The first step for your organization is to determine if you are an eligible employer. Meeting the requirement of a full or partial suspension of operations is not as simple as closing your office to keep employees safe and allowing for remote work. It requires an analysis which will entail reviewing governmental orders and their direct impact on your operations during the period. Your organization should work with your trusted advisor to determine if you met the requirements of a full or partial suspension.

For healthcare organizations, it is more likely you will be eligible as an employer meeting the requirements based on a reduction in gross receipts. Below are two charts that summarize the gross receipts reductions by quarter:

Eligibility for 2020

Quarter Compare Eligibility
Q1 2020 Q1 2020 vs Q1 2019 Begins the First calendar quarter in 2020 with decline > 50%
Q2 2020 Q2 2020 vs Q2 2019 Begins the First calendar quarter in 2020 with decline > 50%
Q3 2020 Q3 2020 vs Q3 2019 Ends the First calendar quarter following a quarter with gross receipts > 80%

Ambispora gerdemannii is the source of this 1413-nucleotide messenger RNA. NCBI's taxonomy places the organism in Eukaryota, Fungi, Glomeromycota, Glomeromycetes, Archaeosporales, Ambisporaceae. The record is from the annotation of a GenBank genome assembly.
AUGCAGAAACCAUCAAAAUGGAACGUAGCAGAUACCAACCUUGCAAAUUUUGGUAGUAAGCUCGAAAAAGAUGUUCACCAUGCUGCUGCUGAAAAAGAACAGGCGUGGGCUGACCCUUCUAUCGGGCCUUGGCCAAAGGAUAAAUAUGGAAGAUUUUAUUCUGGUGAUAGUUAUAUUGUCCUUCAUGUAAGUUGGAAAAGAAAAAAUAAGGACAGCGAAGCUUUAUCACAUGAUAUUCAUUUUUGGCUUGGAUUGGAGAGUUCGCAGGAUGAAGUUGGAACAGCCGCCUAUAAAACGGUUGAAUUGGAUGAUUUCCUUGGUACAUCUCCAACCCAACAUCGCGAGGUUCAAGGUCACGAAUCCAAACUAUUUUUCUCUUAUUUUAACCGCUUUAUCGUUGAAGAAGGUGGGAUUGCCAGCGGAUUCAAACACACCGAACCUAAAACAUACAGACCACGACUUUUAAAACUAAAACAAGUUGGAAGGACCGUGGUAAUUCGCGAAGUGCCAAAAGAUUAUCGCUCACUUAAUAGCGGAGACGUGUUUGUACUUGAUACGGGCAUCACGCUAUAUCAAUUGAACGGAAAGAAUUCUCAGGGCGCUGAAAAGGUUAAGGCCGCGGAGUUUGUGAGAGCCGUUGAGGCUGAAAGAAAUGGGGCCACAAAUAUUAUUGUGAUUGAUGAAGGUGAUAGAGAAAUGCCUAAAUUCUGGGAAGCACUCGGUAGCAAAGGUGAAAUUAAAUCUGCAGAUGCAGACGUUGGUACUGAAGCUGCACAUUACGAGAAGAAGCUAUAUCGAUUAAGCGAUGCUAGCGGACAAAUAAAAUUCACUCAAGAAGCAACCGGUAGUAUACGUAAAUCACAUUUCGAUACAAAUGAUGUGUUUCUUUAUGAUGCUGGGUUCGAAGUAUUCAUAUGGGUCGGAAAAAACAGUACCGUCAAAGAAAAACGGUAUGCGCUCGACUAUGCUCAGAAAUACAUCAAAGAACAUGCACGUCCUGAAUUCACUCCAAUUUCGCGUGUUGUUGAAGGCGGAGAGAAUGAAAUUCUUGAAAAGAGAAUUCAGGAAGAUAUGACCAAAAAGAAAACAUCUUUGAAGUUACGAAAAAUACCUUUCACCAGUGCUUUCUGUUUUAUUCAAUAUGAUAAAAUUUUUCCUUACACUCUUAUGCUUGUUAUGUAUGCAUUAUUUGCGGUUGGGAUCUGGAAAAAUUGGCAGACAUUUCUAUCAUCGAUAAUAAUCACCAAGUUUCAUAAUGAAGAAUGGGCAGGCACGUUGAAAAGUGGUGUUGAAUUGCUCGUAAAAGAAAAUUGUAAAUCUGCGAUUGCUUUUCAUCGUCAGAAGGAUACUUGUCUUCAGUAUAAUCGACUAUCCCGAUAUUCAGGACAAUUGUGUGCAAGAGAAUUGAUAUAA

Q4 2020 Q4 2020 vs Q4 2019 Ends the First calendar quarter following a quarter with gross receipts > 80%

Eligibility for 2021

Employer Eligibility Compare General Rule Compare Alternative Rule Required Decline in Gross Receipts
Q1 2021 Q1 2021 vs Q1 2019 Q4 2020 vs Q4 2019 >20%
Q2 2021 Q2 2021 vs Q2 2019 Q1 2021 vs Q1 2019 >20%

An IRS section 501(c) tax-exempt organization needs to consider all operations without regard to the “trade or business” requirement.

I know many of you are asking how other stimulus money will impact your calculation of reduction in gross receipts. The IRS website has more than 100 FAQs relating to the ERC that, unfortunately, have not been updated to account for changes under the new law. FAQ 40 provides the following definition of gross receipts: